I want never to meet him in person or read anything about him because I do not want to hear if he is a perfect shit in real life. I just know he can play whatever!

  7. Reply

    Patty, I don’t know where you’re writing from but for me part of the interest in the show is seeing the experience of the war in England. I hear about how it was in the US from relatives of my mom’s generation all the time. I’ve found that fascinating as well as educational and the long term relationships in the series have always been interesting.

    I hope you will take an online class in the future when they go up too! I think I have some really fun ones. I have scheduled a post coming up in the next week or so updating people on this all and letting people know what’s cooking!

  8. Reply

    Julana, I also miss Milner. I thought his character’s backstory and his way of working into the cast was great. I see why they let him be promoted up, it only makes sense, and even if you have the best boss in the world you want to move on at some point. But I do miss him. And I loved the episode where he came back when cases overlapped and he was rude to Foyle. Foyle actually got angry at the slight and not in a ego way. It was wonderful. And then they worked together. This is also real Alpha dog stuff.

    Kudos to you for drawing hats. I’m intrigued by hats and Hilda’s was one of the greats, but my heads always get misshapen when I draw a hat. (I work on it because I love sketching cowboys.)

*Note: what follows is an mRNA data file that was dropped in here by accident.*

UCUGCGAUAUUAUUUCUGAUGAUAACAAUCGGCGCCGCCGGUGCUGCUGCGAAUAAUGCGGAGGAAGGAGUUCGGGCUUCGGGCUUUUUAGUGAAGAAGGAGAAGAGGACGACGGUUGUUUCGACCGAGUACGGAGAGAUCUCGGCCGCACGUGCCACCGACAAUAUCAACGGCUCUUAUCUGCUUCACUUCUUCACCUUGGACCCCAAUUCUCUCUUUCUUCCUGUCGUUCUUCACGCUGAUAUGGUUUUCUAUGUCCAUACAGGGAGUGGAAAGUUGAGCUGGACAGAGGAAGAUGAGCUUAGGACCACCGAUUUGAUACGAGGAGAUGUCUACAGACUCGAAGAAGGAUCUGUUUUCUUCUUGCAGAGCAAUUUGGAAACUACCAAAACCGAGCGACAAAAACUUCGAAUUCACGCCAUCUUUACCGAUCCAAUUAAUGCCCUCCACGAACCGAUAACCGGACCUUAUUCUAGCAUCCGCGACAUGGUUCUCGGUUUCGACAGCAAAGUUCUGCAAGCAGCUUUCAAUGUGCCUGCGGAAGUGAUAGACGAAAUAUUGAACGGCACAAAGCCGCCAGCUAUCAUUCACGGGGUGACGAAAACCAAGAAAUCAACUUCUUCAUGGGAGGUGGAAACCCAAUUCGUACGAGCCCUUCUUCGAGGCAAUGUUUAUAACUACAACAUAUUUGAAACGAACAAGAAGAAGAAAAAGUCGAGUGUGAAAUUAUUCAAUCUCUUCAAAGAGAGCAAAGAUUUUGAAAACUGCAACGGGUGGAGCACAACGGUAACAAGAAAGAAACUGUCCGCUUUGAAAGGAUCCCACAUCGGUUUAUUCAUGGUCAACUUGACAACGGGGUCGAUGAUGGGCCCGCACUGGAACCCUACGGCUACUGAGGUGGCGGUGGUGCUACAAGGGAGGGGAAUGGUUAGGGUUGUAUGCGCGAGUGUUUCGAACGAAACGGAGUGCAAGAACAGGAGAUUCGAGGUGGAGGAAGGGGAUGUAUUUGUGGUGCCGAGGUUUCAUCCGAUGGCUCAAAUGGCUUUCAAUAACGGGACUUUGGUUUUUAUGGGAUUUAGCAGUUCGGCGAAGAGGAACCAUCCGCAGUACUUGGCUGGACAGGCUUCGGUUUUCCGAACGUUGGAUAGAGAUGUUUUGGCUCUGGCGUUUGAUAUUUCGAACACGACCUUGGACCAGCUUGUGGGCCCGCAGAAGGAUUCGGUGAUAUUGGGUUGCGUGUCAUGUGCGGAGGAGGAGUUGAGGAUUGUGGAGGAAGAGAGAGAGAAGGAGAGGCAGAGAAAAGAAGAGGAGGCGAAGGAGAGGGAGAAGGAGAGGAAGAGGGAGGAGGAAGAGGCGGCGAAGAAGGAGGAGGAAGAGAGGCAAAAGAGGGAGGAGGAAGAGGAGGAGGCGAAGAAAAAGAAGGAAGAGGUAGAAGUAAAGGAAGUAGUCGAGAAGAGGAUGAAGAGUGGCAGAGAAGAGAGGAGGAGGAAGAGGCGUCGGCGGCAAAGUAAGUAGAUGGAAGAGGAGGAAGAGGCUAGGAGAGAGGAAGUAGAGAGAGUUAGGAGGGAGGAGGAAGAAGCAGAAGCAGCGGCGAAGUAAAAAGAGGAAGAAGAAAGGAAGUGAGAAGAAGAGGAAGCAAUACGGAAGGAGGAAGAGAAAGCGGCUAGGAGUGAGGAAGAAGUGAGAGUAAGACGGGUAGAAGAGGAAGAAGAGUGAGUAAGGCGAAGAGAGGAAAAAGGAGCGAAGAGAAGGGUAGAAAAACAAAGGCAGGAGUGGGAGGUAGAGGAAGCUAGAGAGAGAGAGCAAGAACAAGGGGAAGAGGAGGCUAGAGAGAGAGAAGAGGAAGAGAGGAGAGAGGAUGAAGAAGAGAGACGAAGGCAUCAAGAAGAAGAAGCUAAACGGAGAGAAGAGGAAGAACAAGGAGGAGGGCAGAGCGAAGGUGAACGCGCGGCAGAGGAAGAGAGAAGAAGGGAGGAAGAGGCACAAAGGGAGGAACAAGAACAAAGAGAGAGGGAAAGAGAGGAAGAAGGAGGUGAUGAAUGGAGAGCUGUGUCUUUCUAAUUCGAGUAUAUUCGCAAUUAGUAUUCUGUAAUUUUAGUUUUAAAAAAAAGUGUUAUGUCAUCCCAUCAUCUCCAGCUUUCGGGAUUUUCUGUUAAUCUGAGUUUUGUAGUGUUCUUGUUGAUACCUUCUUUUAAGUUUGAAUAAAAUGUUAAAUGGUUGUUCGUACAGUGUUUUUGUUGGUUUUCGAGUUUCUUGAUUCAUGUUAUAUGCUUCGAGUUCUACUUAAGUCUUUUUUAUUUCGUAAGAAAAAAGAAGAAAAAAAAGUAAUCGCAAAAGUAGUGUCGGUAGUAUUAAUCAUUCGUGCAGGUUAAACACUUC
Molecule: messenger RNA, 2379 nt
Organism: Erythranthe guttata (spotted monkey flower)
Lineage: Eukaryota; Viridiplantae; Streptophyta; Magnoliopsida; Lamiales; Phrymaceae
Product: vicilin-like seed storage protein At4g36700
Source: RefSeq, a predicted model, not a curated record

There is so much fun stuff in these shows. I was sad to watch the final episode the other night.

    • Julana
    • March 21, 2015

    I was sad, too. But they did a beautiful job.

    • Julana
    • March 21, 2015

    Yes, that Milner/Foyle shift in relationship was given such a wonderful human complexity.

    • Larry
    • March 21, 2015

    >>Foyle often plays the quiet rolls….
    But then there his wonderful roll of Dr. Crane in “Reckless”! Anything but. 🙂 Highly recommended as a “foil” to his quiet rolls, and it is great to see him in a comedy.

  9. Reply

    Larry do you mean “Reckless” from 2014— that is here on IMBd?

    I haven’t watched this show because I find the male actor annoying. A quick scan of the actors list for it didn’t come up with Kitchen.

    Could you please sen a link to the project you’re referring to? Thanks so much.

Leave a Reply

Your email address will not be published.

This site uses Akismet to reduce spam. Learn how your comment data is processed.

Close Cookmode

Pin It on Pinterest